Congress passes sweeping defense bill that includes funding for the Great Salt Lake

Federal agencies get another $10 million to save drying saline lakes in the West.

(Francisco Kjolseth | The Salt Lake Tribune) Ella Sorensen, Audubon Gillmor Sanctuary manager, is joined by Jack Ray, President of the Utah Waterfowl Association and chair of the Great Salt Lake Alliance as they tour the Gillmor Sanctuary on the Great Salt Lake's South Shore on Tuesday, Oct. 11, 2022.

A massive national defense bill has cleared both the U.S. House and Senate, and it includes legislation sponsored by several members of Utah’s Congressional delegation to benefit the Great Salt Lake.

The James M. Inhofe National Defense Authorization Act for Fiscal Year 2023 includes all kinds of measures bolstering the military, energy security, homeland defense and protection of natural resources. Lawmakers also rolled the Great Salt Lake Recovery Act into the legislation, which earmarks $10 million for the Army Corps of Engineers to assess the hydrology of saline lakes in the Great Basin, including the Great Salt Lake in particular. The data collected will be used to help federal and local agencies develop conservation measures.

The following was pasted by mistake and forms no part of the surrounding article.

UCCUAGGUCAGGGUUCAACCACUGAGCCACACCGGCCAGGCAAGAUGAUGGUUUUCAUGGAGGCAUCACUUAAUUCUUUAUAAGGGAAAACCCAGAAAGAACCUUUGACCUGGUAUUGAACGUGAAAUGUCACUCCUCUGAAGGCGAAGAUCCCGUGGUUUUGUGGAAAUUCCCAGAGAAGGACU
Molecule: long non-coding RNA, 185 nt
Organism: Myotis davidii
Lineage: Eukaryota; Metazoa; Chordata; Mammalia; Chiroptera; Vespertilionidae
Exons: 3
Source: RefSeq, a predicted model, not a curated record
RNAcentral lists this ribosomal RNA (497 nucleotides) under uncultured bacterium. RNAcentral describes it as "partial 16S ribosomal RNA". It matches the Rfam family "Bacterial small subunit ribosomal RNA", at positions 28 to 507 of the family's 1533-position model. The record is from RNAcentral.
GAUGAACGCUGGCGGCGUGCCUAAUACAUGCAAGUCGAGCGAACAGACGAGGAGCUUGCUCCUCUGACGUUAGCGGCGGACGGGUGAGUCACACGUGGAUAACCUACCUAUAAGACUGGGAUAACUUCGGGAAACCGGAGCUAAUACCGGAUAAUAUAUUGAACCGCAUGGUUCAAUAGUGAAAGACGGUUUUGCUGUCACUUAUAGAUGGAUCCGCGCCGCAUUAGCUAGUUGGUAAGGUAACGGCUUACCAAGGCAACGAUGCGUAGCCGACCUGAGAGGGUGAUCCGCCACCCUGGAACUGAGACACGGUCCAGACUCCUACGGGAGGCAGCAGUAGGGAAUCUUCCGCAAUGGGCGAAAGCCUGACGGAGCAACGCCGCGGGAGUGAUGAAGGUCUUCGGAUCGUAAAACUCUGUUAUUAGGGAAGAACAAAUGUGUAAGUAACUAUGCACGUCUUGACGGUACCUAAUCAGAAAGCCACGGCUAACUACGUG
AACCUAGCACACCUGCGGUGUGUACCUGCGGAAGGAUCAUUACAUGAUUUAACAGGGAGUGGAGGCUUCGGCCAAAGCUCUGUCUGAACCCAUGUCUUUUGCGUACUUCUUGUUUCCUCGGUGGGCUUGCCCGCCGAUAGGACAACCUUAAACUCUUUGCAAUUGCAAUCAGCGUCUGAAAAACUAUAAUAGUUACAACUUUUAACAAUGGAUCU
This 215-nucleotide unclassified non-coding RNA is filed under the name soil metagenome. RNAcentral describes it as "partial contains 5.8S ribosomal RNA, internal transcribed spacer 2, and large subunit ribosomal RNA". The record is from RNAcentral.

The initial draft of the Great Salt Lake Recovery Act was sponsored by Rep. Chris Stewart, Rep. Burgess Owens and Rep. John Curtis in the House and in the Senate by Sen. Mitt Romney.

“The Great Salt Lake is synonymous with the Beehive State,” Stewart said in a news release about the bill last summer. “And it’s our responsibility to ensure this staple of our community is maintained, preserved and protected for the people of Utah.”

The legislation is separate from Romney’s bipartisan Saline Lake Ecosystems in the Great Basin States Program Act, which the Senate approved earlier this month. That bill authorizes another $5 million for the U.S. Geological Survey to study ailing saline lakes in the West.

Both bills are meant to complement investments made by the Utah Legislature to save the Great Salt Lake, including a $40 million trust approved by lawmakers this year that Gov. Spencer Cox wants to supplement with another $25 million in the coming General Session.

“It is incumbent on us to take action now,” Romney said in the news release, “which will preserve and protect this critical body of water for many generations to come.”

The Great Salt Lake has hit a record low for two years in a row. Its ecological collapse is underway and its exposed lakebed is drying into a toxic source of polluting dust. Utah lawmakers have proposed a variety of solutions to help the lake, from secondary water metering to water right leases to a pipeline from the Pacific Ocean.

The versions of the Great Salt Lake Recovery Act introduced by Stewart and Romney also directed the Army Corps to study the feasibility of moving water across state lines to struggling saline lakes, including via pipelines, desalinization plants and canals. That language does not appear in the final defense authorization act, however.

This article is published through The Great Salt Lake Collaborative: A Solutions Journalism Initiative, a partnership of news, education and media organizations that aims to inform readers about the Great Salt Lake.